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Can You be Charged with Sale of Controlled Substance if You Give the Drug Away?

Can You be Charged with Sale of Controlled Substance if You Give the Drug Away?

A female college student in Los Angeles County recently had surgery. To get through the pain after the surgery, her doctor prescribed her an opioid drug. After a few days, the young woman no longer needs the medicine prescribed by her doctor. 

One day while in class, a friend next to her says he’s suffering from a bad backache. The young woman pulls out the leftover opioid pills from her backpack and hands two to the young man. Their teacher observes the young woman handing the pills to the young man. She notifies campus police, who are waiting for the young woman when she goes to leave at the end of class. 

Due to witness testimony and evidence found on her, the young woman finds herself charged under California Health and Safety Code 11351 HS — Possession for Sale of a Controlled Substance — and needing an LA criminal lawyer. 

What is Possession for Sale of a Controlled Substance? 

A conviction under 11351 HSC says you illegally possess a "controlled substance" with the intention of selling it to others. While "selling" normally means offering it in exchange for money, under 11351 HSC "selling" can also mean: 

  • Giving the controlled substance away to someone else completely for free
  • Providing the controlled substance to someone in trade for something else
  • Delivering the controlled substance to another person
  • Exchanging one controlled substance for another

In our example, because the young woman gave the young man a controlled substance he did not have a valid doctor's prescription for, police charged her under 11351 HSC. 

It is also important to point out 11351 HSC covers just the offer of doing any of the above — an actual transaction never has to take place for a conviction. So if in our example the young woman had offered to give the young man the opioid pills but never physically did, she could still be charged under 11351 HSC if someone had overheard her make the offer and reported it to police. 

What is a Controlled Substance? 

In California, controlled substances are certain drugs or chemicals to make these drugs listed under the United States Controlled Substances Act. Because these drugs have a high probability of being abused and a high rate of addiction, they’re placed on this list. 

Controlled substances include both illegal drugs and prescription drugs. California classifies controlled substances into five “schedules,” with the top tier being the most dangerous and the fifth level the least addictive:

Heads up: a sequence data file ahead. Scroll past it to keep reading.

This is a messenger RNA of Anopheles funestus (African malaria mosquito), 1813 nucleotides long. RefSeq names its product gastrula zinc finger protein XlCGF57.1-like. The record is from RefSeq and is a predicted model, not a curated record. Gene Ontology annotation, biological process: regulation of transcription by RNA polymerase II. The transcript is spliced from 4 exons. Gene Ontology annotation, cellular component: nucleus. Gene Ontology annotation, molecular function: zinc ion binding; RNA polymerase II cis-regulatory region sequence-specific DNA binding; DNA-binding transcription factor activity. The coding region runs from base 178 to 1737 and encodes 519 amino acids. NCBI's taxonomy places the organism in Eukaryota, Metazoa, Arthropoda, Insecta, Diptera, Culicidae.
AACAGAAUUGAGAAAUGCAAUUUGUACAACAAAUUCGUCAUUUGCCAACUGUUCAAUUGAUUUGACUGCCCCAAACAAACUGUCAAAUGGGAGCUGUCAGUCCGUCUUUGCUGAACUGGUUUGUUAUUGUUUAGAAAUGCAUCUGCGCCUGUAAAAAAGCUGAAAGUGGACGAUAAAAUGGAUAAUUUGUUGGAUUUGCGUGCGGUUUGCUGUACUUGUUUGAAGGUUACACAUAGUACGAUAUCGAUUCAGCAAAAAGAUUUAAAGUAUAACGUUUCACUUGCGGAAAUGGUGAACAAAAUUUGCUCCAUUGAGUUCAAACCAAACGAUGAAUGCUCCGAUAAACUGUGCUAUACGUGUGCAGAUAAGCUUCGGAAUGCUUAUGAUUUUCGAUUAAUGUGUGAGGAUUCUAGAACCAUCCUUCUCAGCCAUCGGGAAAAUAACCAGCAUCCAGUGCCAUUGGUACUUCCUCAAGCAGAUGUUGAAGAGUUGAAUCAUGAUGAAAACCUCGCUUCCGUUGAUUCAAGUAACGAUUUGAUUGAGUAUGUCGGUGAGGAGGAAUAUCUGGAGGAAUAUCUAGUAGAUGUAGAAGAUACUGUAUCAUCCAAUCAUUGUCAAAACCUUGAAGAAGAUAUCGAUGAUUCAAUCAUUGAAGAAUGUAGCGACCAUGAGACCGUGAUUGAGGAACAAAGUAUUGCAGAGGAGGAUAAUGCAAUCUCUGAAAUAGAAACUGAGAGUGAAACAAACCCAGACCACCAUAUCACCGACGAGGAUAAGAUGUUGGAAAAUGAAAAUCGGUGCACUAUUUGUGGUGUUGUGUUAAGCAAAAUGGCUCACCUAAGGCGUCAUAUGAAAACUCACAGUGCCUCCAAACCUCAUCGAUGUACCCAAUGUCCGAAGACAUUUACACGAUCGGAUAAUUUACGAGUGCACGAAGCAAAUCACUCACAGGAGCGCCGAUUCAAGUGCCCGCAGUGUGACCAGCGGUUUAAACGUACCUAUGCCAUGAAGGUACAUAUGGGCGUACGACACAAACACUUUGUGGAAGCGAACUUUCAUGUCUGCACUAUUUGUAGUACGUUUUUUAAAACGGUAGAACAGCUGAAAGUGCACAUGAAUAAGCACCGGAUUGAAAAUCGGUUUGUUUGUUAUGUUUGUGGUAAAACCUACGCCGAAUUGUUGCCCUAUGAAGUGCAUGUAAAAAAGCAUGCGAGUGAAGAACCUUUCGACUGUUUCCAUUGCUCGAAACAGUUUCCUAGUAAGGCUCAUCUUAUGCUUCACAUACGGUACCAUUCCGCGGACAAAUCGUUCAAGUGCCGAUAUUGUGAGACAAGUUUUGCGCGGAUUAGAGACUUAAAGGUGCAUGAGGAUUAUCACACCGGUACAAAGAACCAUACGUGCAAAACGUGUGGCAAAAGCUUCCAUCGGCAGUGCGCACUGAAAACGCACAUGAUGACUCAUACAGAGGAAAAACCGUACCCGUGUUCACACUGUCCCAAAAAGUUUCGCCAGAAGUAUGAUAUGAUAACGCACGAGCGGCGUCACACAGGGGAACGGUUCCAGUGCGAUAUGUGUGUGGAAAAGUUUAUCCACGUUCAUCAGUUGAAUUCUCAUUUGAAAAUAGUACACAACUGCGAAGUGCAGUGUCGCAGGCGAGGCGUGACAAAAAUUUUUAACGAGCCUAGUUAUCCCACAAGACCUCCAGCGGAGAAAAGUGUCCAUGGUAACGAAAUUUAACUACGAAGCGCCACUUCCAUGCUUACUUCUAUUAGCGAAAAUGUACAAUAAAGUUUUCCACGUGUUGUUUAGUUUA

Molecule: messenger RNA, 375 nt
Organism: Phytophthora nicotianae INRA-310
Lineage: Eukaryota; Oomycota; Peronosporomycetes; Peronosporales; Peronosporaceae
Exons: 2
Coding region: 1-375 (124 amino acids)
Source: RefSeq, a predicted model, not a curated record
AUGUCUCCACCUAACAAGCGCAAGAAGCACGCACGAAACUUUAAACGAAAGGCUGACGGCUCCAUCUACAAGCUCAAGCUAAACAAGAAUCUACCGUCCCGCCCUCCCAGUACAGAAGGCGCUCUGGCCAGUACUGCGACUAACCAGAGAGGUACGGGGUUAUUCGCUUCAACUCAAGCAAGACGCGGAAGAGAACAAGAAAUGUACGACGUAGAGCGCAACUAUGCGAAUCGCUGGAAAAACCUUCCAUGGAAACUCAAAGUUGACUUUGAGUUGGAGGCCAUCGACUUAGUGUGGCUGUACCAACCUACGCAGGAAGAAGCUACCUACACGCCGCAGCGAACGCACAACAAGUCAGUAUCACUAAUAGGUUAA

• Schedule V: Prescription drugs such as cough suppressants with low doses of codeine. 
  • Schedule IV: Prescription drugs with higher addiction risks, such as Xanax and Ambien.
  • Schedule III: Steroids, testosterone, and stimulants.  
  • Schedule II: Cocaine, morphine, OxyContin, and methamphetamines.
  • Schedule I: Cocaine base, heroin, PCP, and Ecstasy.

How Can You Be Convicted Under 11351 HSC?

To be charged and convicted under 11351 HSC, a prosecutor would need to show the following: 

  • You possessed the controlled substance either:
  • Physically — such as in your pocket or purse
  • Constructively — it is in a place easy to access for you, such as your car or home
  • Jointly — you possessed the controlled substance in tandem with someone else
  • You knew it was an illegal or prescription-only drug and what it could do; 
  • You possessed a large enough quantity of the controlled substance to sell it; 
  • Police found evidence you were selling the drugs, such as weighing devices and baggies. 

Those convicted under 11351 HSC face felony penalties including: 

  • Up to four years in a California state prison
  • One year in state prison plus probation
  • Fines of up to $20,000

A conviction of 11351 HSC Possession for Sale of a Controlled Substance is no laughing matter. In addition to being a felony and putting you behind bars for possibly four years, 11351 HSC falls under California’s Three Strikes Law — if you have two previous violent felony convictions or certain other convictions, you’ll receive an automatic sentence of 25 years to life in state prison. 

The Los Angeles criminal lawyers at the H Law Group have been serving the good people of Los Angeles, Irvine, Temecula, San Diego, San Jose,  Encino, and Orange County for the past 10 years. Call us at (213) 370-0404 for a free consultation on your defense options. 

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